We need fresh thinking if the Arab Peace Initiative is to have the impact it deserves on the crisis that needlessly impoverishes Palestinians and endangers Israel's security. This crisis is not a zero-sum game. For one side to win, the other does not have to lose. The peace dividend for the entire Middle East is potentially immense. So why have we not gotten anywhere?
Source: The Washington Post
Our biggest mistake has been to assume that you can simply switch peace on like a light bulb. The reality is that peace is a process, contingent on a good idea but also requiring a great deal of campaigning -- patiently and repeatedly targeting all relevant parties. This is where we as Arabs have not done enough to communicate directly with the people of Israel.
An Israeli might be forgiven for thinking that every Muslim voice is raised in hatred, because that is usually the only one he hears. Just as an Arab might be forgiven for thinking every Israeli wants the destruction of every Palestinian.
Essentially, we have not done a good enough job demonstrating to Israelis how our initiative can form part of a peace between equals in a troubled land holy to three great faiths. Others have been less reticent, recognizing that our success would threaten their vested interest in keeping Palestinians and Israelis at each other's throats. They want victims to stay victims so they can be manipulated as proxies in a wider game for power. The rest of us -- the overwhelming majority -- have the opposite interest.
It is in our interest to speak up now for two reasons. First, we will all be safer once we drain the pool of antipathy in which hatemongers from both sides swim.
Second, peace will bring prosperity. Already, the six oil and gas nations of the Gulf Cooperation Council have grown into a powerful trillion-dollar market. Removing the ongoing threat of death and destruction would open the road to an era of enterprise, partnership and development on an even greater scale for the region at large.
That is the glittering prize for resolving the dilemma of justice for Palestine without injustice to Israel. Effectively, this is the meta-issue that defines and distorts the self-image of Arabs and diverts too much of our energies away from the political and economic development the region needs.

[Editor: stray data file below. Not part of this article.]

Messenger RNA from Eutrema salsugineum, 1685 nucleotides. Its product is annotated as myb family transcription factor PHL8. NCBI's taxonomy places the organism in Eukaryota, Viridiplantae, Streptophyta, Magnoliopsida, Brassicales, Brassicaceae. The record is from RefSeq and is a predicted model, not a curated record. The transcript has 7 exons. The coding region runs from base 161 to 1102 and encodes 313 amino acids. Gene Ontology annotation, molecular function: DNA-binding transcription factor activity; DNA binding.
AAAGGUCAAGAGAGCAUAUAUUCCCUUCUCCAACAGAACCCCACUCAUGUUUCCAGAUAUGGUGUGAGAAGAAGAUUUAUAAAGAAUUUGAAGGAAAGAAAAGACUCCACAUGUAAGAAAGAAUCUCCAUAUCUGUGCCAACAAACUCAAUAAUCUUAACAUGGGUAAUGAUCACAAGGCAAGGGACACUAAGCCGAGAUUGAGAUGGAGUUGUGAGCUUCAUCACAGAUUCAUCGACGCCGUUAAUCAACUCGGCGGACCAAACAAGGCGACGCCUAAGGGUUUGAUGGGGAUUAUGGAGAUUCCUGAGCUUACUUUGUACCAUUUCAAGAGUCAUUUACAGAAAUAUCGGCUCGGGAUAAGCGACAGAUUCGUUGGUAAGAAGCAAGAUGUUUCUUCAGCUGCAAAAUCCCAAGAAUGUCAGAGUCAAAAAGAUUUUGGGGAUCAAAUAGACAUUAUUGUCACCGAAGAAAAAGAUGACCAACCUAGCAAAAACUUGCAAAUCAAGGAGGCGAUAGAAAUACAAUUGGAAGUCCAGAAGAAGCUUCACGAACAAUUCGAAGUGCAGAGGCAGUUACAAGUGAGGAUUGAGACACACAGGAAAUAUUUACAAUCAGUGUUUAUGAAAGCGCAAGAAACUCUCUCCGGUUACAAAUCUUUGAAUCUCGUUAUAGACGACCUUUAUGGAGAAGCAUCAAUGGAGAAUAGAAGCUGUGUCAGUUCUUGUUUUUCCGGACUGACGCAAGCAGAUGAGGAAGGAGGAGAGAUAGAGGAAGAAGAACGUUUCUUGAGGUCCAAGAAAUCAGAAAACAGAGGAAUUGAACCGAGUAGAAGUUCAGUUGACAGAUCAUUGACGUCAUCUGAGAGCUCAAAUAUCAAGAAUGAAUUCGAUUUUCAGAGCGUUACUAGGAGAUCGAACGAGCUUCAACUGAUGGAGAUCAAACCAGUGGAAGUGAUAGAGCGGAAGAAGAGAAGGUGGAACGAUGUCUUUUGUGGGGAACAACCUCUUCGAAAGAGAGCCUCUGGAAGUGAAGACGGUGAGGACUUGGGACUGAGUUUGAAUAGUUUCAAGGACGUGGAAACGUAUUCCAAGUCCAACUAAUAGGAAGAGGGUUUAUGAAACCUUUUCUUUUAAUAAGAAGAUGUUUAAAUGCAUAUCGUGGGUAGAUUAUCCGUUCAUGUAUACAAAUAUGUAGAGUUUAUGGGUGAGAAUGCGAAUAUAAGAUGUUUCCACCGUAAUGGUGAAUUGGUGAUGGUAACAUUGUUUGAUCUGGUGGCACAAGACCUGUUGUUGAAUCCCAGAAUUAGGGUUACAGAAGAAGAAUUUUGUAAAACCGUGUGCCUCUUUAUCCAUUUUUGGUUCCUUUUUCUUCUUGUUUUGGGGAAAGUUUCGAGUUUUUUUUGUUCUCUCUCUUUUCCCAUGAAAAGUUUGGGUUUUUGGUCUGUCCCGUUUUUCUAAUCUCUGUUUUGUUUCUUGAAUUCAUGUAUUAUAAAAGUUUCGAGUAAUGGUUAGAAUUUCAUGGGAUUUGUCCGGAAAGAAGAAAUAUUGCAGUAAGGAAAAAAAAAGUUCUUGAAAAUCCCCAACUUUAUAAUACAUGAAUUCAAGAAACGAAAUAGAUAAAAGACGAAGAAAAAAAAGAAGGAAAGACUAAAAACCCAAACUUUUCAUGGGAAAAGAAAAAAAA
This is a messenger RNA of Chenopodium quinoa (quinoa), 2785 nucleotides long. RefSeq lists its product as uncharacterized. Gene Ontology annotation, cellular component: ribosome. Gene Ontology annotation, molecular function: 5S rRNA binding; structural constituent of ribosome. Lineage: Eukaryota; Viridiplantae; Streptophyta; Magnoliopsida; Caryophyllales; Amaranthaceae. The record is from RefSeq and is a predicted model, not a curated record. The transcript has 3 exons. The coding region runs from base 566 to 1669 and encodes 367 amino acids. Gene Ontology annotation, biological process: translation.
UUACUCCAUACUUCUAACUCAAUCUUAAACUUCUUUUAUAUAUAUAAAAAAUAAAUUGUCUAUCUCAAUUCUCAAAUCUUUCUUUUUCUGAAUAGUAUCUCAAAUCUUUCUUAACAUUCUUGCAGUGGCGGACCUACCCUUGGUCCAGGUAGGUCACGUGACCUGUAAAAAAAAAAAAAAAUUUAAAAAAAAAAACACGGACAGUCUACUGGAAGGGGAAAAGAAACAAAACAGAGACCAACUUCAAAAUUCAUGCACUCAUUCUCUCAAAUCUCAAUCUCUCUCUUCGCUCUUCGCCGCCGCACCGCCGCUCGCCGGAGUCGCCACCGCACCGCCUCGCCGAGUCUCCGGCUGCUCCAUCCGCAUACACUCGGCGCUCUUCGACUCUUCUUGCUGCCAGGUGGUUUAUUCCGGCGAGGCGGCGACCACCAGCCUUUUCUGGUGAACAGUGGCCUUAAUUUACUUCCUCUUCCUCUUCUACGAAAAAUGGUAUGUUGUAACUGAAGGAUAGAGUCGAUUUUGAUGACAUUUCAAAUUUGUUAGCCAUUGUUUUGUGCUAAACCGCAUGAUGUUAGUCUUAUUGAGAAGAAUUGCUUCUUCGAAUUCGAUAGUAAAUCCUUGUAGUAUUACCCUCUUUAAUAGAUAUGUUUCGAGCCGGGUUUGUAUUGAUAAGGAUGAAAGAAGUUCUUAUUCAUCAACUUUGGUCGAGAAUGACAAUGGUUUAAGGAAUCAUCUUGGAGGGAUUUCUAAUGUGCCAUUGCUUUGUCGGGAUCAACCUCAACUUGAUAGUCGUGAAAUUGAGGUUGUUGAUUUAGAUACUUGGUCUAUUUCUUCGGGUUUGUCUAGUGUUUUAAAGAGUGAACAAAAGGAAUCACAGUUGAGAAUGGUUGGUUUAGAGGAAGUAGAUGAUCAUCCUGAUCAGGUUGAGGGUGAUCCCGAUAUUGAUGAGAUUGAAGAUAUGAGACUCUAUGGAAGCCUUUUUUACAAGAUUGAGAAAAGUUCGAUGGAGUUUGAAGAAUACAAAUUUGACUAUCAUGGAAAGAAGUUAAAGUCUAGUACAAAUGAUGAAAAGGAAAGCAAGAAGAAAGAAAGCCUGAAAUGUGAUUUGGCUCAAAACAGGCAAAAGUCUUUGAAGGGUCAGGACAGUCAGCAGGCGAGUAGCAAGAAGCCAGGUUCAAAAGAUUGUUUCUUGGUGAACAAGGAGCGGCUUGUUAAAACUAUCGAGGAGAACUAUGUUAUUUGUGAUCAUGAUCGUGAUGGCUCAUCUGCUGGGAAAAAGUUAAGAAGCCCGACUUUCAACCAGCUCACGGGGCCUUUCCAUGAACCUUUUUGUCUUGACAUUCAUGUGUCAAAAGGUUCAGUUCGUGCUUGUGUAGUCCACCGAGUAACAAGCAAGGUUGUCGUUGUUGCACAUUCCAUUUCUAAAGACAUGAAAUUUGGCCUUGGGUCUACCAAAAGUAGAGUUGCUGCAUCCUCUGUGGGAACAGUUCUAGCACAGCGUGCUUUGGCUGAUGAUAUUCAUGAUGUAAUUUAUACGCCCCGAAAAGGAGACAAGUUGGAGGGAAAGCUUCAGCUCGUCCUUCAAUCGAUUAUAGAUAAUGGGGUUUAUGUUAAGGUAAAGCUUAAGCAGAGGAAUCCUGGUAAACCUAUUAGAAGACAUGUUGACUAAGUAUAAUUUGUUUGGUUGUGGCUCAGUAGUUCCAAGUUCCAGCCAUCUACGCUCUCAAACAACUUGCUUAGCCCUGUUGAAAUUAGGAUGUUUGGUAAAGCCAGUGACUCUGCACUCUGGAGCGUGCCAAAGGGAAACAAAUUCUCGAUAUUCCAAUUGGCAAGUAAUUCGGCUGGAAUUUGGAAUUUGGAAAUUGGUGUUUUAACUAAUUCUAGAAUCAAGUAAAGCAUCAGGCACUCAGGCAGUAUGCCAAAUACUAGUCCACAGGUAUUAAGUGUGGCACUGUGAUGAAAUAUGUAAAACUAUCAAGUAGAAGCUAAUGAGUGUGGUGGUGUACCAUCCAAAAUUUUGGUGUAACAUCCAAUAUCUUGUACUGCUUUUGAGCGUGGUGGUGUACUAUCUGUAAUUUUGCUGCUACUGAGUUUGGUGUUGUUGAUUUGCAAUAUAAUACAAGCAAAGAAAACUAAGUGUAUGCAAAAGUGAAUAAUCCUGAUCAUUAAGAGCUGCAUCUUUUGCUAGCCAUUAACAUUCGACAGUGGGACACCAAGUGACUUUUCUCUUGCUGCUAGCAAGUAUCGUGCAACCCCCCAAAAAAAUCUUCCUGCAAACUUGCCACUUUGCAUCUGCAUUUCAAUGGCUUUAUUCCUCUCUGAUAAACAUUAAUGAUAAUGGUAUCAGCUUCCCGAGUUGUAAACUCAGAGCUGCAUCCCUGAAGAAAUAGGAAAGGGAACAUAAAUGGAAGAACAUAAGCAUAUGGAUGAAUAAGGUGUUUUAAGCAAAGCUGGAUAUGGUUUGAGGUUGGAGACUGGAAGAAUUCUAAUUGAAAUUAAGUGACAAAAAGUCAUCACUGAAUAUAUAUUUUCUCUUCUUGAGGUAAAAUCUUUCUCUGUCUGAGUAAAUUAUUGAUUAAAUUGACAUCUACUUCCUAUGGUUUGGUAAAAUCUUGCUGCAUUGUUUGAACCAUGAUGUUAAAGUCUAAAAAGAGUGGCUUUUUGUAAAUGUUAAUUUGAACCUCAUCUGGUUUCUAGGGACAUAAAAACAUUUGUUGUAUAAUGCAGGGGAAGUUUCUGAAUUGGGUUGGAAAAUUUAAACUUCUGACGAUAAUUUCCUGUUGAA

The wasted years of deadlock have conditioned Israelis to take on a fortress mentality that automatically casts all Palestinians as the enemy -- and not as the ordinary, decent human beings they are.
Speaking out matters, but it is not enough. Our governments and all stakeholders also must be ready to carry out practical measures to help ease the day-to-day hardship of Palestinian lives.
The two communities in the Holy Land are not fated to be enemies. What can unite them tomorrow is potentially bigger than what divides them today.
Both sides need help from their friends, in the form of constructive engagement, to reach a just settlement.
What we don't need is the continued reflexive rejection of any initiative that seeks to melt the ice. Consider the response so far to the Arab peace plan, pioneered by King Abdullah of Saudi Arabia. This initiative is a genuine effort to normalize relations between the entire Arab region and Israel, in return for Israel's withdrawal from occupied territory and a fair resolution of the plight of the Palestinians, far too many of whom live in refugee camps in deplorable conditions.
We must stop the small-minded waiting game in which each side refuses to budge until the other side makes the first move. We've got to be bigger than that. All sides need to take simultaneous, good-faith action if peace is to have a chance. A real, lasting peace requires comprehensive engagement and reconciliation at the human level. This will happen only if we address and settle the core issues dividing the Arab and the Israeli peoples, the first being the question of Palestine and occupied Arab lands. The fact that this has not yet happened helps to explain why the Jordanian and Egyptian peace accords with Israel are cold. They have not been comprehensive.
We should move toward real peace now by consulting and educating our people and by reaching out to the Israeli public to highlight the benefits of a genuine peace.
To be effective, we must acknowledge that, like people everywhere, the average Israeli's primary window on the world is his or her local and national media. Our job, therefore, is to tell our story more directly to the Israeli people by getting the message out to their media, a message reflecting the hopes of the Arab mainstream that confirms peace as a strategic option and advocates the Arab Peace Initiative as a means to this end. Some conciliatory voices in reply from Israel would help speed the process.
Some Arabs, simplistically equating communication with normalization, may think we are moving too fast toward normalization. But we all know that dialogue must be enhanced for genuine progress. We all, together, need to take the first crucial step to lay the groundwork to effectively achieve peace. So we must all invest more in communication.
Once we achieve peace, trade will follow. We can then create a "virtuous circle," because trade will create its own momentum. By putting real money into people's hands and giving them real power over their lives, trade will help ensure the durability of peace. The day-to-day experience would move minds and gradually build a relationship of trust and mutual interest, without which long-term peacemaking is impossible.
When stability pays, conflict becomes too costly. We must do more, now, to achieve peace.